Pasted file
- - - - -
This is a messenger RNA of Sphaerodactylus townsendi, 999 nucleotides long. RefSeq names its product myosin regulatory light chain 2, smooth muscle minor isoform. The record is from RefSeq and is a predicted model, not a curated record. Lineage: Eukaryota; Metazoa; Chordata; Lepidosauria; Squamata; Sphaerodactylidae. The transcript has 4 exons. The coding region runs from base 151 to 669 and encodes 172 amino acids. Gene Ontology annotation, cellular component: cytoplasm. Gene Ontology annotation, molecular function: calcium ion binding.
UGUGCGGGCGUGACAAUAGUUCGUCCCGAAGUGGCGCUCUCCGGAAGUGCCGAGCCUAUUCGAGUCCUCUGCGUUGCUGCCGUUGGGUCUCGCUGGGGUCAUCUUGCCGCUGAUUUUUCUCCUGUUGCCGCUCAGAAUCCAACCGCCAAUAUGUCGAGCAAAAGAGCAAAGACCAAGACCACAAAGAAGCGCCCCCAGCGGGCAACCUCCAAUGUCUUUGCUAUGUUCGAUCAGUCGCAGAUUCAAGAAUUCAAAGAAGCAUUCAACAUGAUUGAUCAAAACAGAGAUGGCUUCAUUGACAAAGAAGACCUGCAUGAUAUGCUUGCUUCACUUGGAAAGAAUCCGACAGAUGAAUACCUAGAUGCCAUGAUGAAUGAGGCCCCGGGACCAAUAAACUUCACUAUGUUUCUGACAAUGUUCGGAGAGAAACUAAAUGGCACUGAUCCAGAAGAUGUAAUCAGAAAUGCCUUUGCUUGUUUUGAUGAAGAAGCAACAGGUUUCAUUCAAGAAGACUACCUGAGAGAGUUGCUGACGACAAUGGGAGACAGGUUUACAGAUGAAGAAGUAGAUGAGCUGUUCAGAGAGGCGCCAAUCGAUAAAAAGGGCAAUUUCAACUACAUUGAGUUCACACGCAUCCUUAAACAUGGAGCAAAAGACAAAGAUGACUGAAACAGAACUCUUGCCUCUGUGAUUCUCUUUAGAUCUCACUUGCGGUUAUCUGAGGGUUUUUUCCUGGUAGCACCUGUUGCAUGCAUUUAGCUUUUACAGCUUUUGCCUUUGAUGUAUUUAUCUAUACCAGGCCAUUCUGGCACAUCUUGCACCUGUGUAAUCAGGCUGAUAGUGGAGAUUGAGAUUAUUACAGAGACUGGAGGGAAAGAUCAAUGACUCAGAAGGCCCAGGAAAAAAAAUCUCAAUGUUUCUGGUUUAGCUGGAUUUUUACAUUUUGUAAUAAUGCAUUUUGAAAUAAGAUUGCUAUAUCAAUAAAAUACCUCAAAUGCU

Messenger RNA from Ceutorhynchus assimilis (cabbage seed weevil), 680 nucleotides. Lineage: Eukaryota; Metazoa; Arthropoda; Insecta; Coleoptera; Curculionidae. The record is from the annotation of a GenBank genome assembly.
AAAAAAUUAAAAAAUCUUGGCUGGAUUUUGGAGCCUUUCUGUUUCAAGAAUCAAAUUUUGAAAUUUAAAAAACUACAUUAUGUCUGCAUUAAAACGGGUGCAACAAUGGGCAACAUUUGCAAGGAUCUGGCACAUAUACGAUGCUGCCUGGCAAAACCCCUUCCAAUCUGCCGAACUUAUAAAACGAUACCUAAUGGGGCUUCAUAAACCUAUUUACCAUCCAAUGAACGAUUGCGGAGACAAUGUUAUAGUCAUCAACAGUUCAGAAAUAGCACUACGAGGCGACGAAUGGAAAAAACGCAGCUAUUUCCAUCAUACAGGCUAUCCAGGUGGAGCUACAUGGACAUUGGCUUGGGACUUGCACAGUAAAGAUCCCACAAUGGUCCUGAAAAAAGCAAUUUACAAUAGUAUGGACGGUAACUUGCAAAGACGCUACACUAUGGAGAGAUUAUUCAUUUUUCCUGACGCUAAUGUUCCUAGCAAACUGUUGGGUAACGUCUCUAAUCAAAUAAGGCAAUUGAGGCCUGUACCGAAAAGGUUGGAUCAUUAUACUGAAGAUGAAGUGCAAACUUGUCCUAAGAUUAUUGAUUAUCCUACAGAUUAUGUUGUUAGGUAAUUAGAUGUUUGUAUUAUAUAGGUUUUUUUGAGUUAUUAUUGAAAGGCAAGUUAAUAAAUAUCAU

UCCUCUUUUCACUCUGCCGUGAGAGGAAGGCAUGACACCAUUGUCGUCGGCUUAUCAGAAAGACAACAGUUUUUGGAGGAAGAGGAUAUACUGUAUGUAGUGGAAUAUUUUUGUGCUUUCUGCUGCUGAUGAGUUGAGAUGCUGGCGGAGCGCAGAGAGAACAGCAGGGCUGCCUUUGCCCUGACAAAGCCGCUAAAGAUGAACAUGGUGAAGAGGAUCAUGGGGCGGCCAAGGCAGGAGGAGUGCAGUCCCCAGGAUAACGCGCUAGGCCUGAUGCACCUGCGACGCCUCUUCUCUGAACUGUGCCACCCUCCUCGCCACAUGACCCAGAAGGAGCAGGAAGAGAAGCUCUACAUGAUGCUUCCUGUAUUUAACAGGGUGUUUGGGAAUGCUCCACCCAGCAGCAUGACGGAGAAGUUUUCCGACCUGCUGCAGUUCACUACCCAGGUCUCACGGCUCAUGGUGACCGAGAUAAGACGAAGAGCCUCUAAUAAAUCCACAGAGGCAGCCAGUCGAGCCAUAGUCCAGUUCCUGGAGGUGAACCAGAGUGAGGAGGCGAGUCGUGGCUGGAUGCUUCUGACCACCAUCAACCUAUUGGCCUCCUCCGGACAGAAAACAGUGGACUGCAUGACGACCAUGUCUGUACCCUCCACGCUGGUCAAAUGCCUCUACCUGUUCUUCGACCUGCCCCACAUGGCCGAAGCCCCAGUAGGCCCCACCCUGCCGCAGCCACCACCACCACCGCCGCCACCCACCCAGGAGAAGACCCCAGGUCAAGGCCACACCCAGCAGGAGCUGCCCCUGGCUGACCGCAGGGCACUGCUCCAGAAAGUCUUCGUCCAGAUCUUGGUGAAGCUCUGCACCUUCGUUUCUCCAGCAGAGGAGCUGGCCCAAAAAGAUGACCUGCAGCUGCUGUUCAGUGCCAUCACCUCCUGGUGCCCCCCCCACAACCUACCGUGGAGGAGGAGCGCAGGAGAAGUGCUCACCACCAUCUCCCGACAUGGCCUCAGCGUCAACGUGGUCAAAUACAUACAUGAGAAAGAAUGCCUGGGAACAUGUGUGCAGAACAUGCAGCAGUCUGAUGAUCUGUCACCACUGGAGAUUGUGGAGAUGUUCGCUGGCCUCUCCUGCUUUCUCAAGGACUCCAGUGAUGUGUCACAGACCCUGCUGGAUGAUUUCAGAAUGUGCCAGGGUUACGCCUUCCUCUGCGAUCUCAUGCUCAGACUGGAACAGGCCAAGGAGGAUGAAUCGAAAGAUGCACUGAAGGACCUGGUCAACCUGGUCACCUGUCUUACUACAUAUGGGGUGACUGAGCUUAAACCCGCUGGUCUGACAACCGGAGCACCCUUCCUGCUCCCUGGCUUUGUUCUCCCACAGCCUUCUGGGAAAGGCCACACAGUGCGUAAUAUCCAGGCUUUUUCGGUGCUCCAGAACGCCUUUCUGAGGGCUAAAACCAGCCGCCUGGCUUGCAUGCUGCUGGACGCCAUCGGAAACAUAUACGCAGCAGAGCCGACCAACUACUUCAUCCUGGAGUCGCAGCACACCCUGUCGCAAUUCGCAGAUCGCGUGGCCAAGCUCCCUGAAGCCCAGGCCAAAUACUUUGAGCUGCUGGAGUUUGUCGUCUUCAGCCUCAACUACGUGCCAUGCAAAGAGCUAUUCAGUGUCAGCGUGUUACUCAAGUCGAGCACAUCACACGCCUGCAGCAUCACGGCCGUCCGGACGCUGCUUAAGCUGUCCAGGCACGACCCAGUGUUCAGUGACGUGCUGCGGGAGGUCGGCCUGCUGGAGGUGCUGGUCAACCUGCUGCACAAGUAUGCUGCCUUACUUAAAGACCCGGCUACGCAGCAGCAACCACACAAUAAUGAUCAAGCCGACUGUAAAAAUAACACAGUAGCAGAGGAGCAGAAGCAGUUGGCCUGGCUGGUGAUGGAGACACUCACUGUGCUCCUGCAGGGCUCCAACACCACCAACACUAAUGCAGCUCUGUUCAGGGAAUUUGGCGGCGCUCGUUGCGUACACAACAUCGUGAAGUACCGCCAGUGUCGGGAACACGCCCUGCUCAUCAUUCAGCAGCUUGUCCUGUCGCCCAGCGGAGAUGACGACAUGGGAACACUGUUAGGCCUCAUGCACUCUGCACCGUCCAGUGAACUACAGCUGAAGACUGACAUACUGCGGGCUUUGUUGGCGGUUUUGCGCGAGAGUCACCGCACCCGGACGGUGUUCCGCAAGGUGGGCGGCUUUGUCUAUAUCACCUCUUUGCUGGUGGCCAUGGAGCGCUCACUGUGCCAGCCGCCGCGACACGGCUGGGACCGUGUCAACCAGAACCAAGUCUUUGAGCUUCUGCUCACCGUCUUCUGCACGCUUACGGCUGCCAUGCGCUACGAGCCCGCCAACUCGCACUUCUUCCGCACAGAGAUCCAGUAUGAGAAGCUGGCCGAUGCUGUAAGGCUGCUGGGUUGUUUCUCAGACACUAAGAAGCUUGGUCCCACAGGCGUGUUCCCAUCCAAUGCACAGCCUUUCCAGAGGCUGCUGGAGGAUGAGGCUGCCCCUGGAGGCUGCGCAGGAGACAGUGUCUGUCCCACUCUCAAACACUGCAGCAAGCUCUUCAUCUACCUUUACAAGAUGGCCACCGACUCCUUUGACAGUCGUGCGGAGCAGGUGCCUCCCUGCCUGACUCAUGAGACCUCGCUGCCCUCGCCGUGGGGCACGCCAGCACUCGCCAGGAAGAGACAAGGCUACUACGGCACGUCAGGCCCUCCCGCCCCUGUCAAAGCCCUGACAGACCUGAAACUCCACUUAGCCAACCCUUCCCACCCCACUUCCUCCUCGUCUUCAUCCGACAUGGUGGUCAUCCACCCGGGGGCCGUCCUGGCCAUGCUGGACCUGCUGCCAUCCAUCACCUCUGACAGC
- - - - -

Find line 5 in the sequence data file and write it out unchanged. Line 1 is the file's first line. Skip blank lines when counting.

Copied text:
UCCUCUUUUCACUCUGCCGUGAGAGGAAGGCAUGACACCAUUGUCGUCGGCUUAUCAGAAAGACAACAGUUUUUGGAGGAAGAGGAUAUACUGUAUGUAGUGGAAUAUUUUUGUGCUUUCUGCUGCUGAUGAGUUGAGAUGCUGGCGGAGCGCAGAGAGAACAGCAGGGCUGCCUUUGCCCUGACAAAGCCGCUAAAGAUGAACAUGGUGAAGAGGAUCAUGGGGCGGCCAAGGCAGGAGGAGUGCAGUCCCCAGGAUAACGCGCUAGGCCUGAUGCACCUGCGACGCCUCUUCUCUGAACUGUGCCACCCUCCUCGCCACAUGACCCAGAAGGAGCAGGAAGAGAAGCUCUACAUGAUGCUUCCUGUAUUUAACAGGGUGUUUGGGAAUGCUCCACCCAGCAGCAUGACGGAGAAGUUUUCCGACCUGCUGCAGUUCACUACCCAGGUCUCACGGCUCAUGGUGACCGAGAUAAGACGAAGAGCCUCUAAUAAAUCCACAGAGGCAGCCAGUCGAGCCAUAGUCCAGUUCCUGGAGGUGAACCAGAGUGAGGAGGCGAGUCGUGGCUGGAUGCUUCUGACCACCAUCAACCUAUUGGCCUCCUCCGGACAGAAAACAGUGGACUGCAUGACGACCAUGUCUGUACCCUCCACGCUGGUCAAAUGCCUCUACCUGUUCUUCGACCUGCCCCACAUGGCCGAAGCCCCAGUAGGCCCCACCCUGCCGCAGCCACCACCACCACCGCCGCCACCCACCCAGGAGAAGACCCCAGGUCAAGGCCACACCCAGCAGGAGCUGCCCCUGGCUGACCGCAGGGCACUGCUCCAGAAAGUCUUCGUCCAGAUCUUGGUGAAGCUCUGCACCUUCGUUUCUCCAGCAGAGGAGCUGGCCCAAAAAGAUGACCUGCAGCUGCUGUUCAGUGCCAUCACCUCCUGGUGCCCCCCCCACAACCUACCGUGGAGGAGGAGCGCAGGAGAAGUGCUCACCACCAUCUCCCGACAUGGCCUCAGCGUCAACGUGGUCAAAUACAUACAUGAGAAAGAAUGCCUGGGAACAUGUGUGCAGAACAUGCAGCAGUCUGAUGAUCUGUCACCACUGGAGAUUGUGGAGAUGUUCGCUGGCCUCUCCUGCUUUCUCAAGGACUCCAGUGAUGUGUCACAGACCCUGCUGGAUGAUUUCAGAAUGUGCCAGGGUUACGCCUUCCUCUGCGAUCUCAUGCUCAGACUGGAACAGGCCAAGGAGGAUGAAUCGAAAGAUGCACUGAAGGACCUGGUCAACCUGGUCACCUGUCUUACUACAUAUGGGGUGACUGAGCUUAAACCCGCUGGUCUGACAACCGGAGCACCCUUCCUGCUCCCUGGCUUUGUUCUCCCACAGCCUUCUGGGAAAGGCCACACAGUGCGUAAUAUCCAGGCUUUUUCGGUGCUCCAGAACGCCUUUCUGAGGGCUAAAACCAGCCGCCUGGCUUGCAUGCUGCUGGACGCCAUCGGAAACAUAUACGCAGCAGAGCCGACCAACUACUUCAUCCUGGAGUCGCAGCACACCCUGUCGCAAUUCGCAGAUCGCGUGGCCAAGCUCCCUGAAGCCCAGGCCAAAUACUUUGAGCUGCUGGAGUUUGUCGUCUUCAGCCUCAACUACGUGCCAUGCAAAGAGCUAUUCAGUGUCAGCGUGUUACUCAAGUCGAGCACAUCACACGCCUGCAGCAUCACGGCCGUCCGGACGCUGCUUAAGCUGUCCAGGCACGACCCAGUGUUCAGUGACGUGCUGCGGGAGGUCGGCCUGCUGGAGGUGCUGGUCAACCUGCUGCACAAGUAUGCUGCCUUACUUAAAGACCCGGCUACGCAGCAGCAACCACACAAUAAUGAUCAAGCCGACUGUAAAAAUAACACAGUAGCAGAGGAGCAGAAGCAGUUGGCCUGGCUGGUGAUGGAGACACUCACUGUGCUCCUGCAGGGCUCCAACACCACCAACACUAAUGCAGCUCUGUUCAGGGAAUUUGGCGGCGCUCGUUGCGUACACAACAUCGUGAAGUACCGCCAGUGUCGGGAACACGCCCUGCUCAUCAUUCAGCAGCUUGUCCUGUCGCCCAGCGGAGAUGACGACAUGGGAACACUGUUAGGCCUCAUGCACUCUGCACCGUCCAGUGAACUACAGCUGAAGACUGACAUACUGCGGGCUUUGUUGGCGGUUUUGCGCGAGAGUCACCGCACCCGGACGGUGUUCCGCAAGGUGGGCGGCUUUGUCUAUAUCACCUCUUUGCUGGUGGCCAUGGAGCGCUCACUGUGCCAGCCGCCGCGACACGGCUGGGACCGUGUCAACCAGAACCAAGUCUUUGAGCUUCUGCUCACCGUCUUCUGCACGCUUACGGCUGCCAUGCGCUACGAGCCCGCCAACUCGCACUUCUUCCGCACAGAGAUCCAGUAUGAGAAGCUGGCCGAUGCUGUAAGGCUGCUGGGUUGUUUCUCAGACACUAAGAAGCUUGGUCCCACAGGCGUGUUCCCAUCCAAUGCACAGCCUUUCCAGAGGCUGCUGGAGGAUGAGGCUGCCCCUGGAGGCUGCGCAGGAGACAGUGUCUGUCCCACUCUCAAACACUGCAGCAAGCUCUUCAUCUACCUUUACAAGAUGGCCACCGACUCCUUUGACAGUCGUGCGGAGCAGGUGCCUCCCUGCCUGACUCAUGAGACCUCGCUGCCCUCGCCGUGGGGCACGCCAGCACUCGCCAGGAAGAGACAAGGCUACUACGGCACGUCAGGCCCUCCCGCCCCUGUCAAAGCCCUGACAGACCUGAAACUCCACUUAGCCAACCCUUCCCACCCCACUUCCUCCUCGUCUUCAUCCGACAUGGUGGUCAUCCACCCGGGGGCCGUCCUGGCCAUGCUGGACCUGCUGCCAUCCAUCACCUCUGACAGC